1996: Oviedo - Lagos de Covadonga - Jalabert (F) Zülle (S) Mauro Gianetti (S)
1997: Oviedo - Lagos de Covadonga - Tonkov (R) Zülle (S) J.M. Jiménez (E)
2000: Santander - Lagos de Covadonga - Zintchenko (R) Pugaci (MOL)
2001: Gijón - Lagos de Covadonga - J.M. Mercado (E) Oscar Sevilla (E)
Joseba Beloki (E)
There is also a great graphic and photos of the 2001 Lagos de Covadonga climb
on Ciclismo en Asturias, the winner of which is a man who figured prominently in
a recent climbing stage in the 2005 edition. Click
here and scroll to the bottom of the page.
Stage 15: Cangas de Onís - Estacion de Esqui Valgrande/Pajares, 191.0 km
Were yesterday not enough, Stage 15 finishes atop another legendary Spanish
mountain, at the Pajares ski resort. As Fabio said in his Vuelta presentation
last winter: "It’s the third straight mountain top finish, the sixth one in the
2005 Tour of Spain … but also the last one in the race. Indeed, maybe with the
intention to provide the fastest riders to stay in the bunch, the Vuelta
organizers - who sidelined the Angliru for the second consecutive time - made
the quite unusual decision not to include any super-demanding mountain stage
with a string of major difficulties in the last week."
The Puerto de Pajares, in the Asturian region, has featured a number of times
in the Vuelta:
1965: Mieres-Pajares (C.R.I.) - R. Poulidor (F) F. Gabica (E) E. Vélez
1988: León - Brañilín - Alvaro Pino (E) Lale Cubino (E) Angel Arroyo (E)
1989: Cangas de Onís-Brañilín - Ivan Ivanov (R) Pedro Delgado (E) Alvaro
1997: Ponferrada-Brañilín - Pavel Tonkov (R) J. M. Jiménez (E) Laurent
After this day, a collective sigh of relief should be heard (particularly
amongst the sprinters), as the final week of the Vuelta unfolds. However, there
are still two stages with multiple categoried climbs that should not be
Picasso - Courtesy
Rest Day Number 2 Quiz (Answers below, no peeking)
1. In the 2000 edition of the Vuelta, who were the top five in the Mountains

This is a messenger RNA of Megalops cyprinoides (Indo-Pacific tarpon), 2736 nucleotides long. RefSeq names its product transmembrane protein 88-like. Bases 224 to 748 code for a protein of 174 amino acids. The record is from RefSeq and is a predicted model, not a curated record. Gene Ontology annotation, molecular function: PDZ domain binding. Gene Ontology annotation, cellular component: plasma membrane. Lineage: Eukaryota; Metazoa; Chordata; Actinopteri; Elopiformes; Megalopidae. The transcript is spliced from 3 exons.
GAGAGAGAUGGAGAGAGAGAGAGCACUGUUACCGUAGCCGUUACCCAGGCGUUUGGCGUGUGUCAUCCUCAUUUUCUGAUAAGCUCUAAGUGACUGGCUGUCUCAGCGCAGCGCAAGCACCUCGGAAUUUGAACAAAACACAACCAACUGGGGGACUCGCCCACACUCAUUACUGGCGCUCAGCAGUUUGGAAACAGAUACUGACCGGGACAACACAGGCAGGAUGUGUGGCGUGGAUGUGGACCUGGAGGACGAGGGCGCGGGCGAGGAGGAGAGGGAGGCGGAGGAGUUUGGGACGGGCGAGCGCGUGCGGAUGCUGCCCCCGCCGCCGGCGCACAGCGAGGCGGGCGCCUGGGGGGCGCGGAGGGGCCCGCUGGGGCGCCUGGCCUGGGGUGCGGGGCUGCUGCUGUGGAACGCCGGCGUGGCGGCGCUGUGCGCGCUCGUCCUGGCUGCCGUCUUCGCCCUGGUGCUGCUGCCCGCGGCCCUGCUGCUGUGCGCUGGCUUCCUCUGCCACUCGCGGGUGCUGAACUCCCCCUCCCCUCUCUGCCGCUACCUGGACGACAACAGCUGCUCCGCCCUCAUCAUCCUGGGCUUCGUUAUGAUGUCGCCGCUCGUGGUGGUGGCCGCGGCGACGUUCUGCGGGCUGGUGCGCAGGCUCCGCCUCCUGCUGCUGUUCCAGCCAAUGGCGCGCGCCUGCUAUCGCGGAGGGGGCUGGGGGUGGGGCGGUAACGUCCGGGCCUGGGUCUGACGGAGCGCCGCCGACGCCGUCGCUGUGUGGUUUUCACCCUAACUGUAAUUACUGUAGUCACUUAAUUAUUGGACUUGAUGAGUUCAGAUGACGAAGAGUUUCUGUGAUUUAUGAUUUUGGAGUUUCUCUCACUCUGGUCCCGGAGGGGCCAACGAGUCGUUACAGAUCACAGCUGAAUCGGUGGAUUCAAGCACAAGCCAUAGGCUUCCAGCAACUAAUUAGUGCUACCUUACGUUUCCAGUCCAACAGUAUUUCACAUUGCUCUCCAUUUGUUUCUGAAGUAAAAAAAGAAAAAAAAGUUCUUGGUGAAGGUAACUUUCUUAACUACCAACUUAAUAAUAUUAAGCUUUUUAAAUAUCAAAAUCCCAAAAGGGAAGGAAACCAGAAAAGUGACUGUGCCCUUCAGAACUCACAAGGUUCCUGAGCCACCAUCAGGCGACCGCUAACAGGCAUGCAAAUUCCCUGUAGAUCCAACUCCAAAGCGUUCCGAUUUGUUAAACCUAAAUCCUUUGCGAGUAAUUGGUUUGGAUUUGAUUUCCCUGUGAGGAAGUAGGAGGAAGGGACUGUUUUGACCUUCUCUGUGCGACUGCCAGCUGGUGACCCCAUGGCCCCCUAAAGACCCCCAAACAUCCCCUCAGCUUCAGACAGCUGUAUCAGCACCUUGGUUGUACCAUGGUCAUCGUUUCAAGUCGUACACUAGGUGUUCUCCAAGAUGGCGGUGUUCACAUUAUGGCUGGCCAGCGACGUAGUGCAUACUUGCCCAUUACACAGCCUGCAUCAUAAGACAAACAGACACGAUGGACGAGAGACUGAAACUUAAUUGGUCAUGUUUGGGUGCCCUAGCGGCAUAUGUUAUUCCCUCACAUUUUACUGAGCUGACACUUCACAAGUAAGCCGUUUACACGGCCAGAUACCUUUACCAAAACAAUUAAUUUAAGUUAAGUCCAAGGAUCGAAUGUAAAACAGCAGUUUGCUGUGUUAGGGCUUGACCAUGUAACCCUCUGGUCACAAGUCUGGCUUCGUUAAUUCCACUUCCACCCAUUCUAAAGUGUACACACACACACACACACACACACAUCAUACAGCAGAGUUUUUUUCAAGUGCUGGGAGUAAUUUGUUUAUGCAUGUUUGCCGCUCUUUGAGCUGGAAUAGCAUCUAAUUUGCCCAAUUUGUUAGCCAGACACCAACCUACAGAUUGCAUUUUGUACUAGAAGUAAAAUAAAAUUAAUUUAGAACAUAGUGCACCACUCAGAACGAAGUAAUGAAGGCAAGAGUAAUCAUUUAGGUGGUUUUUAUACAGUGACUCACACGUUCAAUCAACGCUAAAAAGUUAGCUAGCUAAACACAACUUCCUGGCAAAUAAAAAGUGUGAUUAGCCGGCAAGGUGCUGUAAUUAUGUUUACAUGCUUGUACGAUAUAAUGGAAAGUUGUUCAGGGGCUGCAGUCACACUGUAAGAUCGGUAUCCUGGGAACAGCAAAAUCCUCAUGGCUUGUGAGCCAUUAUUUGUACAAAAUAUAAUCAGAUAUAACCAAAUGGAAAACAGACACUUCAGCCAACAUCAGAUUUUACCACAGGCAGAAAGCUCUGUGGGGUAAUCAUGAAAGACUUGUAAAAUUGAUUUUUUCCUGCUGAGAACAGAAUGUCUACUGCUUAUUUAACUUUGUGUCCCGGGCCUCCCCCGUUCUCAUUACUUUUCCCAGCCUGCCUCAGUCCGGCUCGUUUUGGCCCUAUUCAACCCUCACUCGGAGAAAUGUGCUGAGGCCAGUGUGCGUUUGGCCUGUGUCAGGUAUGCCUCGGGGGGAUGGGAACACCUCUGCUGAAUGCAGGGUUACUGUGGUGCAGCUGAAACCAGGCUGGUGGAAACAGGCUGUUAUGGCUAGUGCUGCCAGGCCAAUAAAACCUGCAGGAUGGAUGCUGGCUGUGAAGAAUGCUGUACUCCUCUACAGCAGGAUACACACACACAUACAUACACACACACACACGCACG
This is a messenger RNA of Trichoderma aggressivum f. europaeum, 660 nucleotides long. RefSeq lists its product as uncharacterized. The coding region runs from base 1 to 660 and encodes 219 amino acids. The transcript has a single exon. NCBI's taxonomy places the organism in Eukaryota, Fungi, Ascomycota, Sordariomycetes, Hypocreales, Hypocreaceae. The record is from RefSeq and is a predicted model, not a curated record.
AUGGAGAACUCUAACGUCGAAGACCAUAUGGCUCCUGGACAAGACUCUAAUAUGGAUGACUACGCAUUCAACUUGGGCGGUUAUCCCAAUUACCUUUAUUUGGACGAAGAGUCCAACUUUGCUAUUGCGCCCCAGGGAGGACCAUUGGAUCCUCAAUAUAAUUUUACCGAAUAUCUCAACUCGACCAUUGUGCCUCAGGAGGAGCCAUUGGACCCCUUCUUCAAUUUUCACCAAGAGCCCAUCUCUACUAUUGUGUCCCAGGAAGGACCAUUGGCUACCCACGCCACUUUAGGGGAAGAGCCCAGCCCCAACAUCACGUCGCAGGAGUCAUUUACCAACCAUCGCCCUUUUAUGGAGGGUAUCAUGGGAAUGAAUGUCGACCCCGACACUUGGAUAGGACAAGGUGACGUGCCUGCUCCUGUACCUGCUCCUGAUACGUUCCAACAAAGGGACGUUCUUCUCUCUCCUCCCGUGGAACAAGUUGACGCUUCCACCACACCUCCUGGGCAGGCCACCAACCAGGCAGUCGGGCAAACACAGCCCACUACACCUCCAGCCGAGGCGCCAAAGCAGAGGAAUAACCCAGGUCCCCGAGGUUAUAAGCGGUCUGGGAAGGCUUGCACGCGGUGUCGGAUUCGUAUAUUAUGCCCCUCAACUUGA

2. In the 1997 edition, who was the Meta Volantes winner?
The 1997 Meta Volantes winner. Courtesy Sportec.
3. In what country was the 1997 Meta Volantes' winner's team registered, and
what well-known, Ukrainian current pro was on their Vuelta team that year?
4. 1998 was a banner year for the Spanish in the Vuelta. Why?
5. In 1983, Stage 10 (Zaragosa to Soria), what unusual circumstance is
supposed to have cost
Marino Lejarreta his race leadership?
6. In the 2000 edition, in the final time trial in Madrid (38,6 km), which
two riders alternated back and forth at the top of the intermediate check
points? And who was the winner of that stage?
Do you have the answers???
1. Top five in the 2000 Vuelta Mountains Classification:
1. Sastre, Carlos
2. Heras, Roberto
3. Laiseka, Roberto
4. Cardenas, Rafael
5. Simoni, Gilberto
2. The 1997 Meta Volantes winner was Italian Mauro Radaelli of the AKI-Safi
3. The AKI-Safi team was registered in Monaco. Sergiy Honchar was part of the
AKI-Safi team for the 97 Vuelta.
4. Spain had not had a home country winner for six years, until Abraham Olano
won in 1998. Not only that, but three Spaniards graced the final podium - Olano,
Escartín and Jimenez.
Abraham Olano. Courtesy Sportec.
5. The wind was so strong on that stage that it knocked Marino
to the ground.
6. Angel Casero and Santos González alternated back and forth at
the check points:
1. Casero 8.55
2. González at 1"
1. González 20.53
2. Casero at 13"
1. González at 37.32
2. Casero at 10"
The eventual winner was Santos González with a time of 45.26.
Spain by Salvador Dali. Courtesy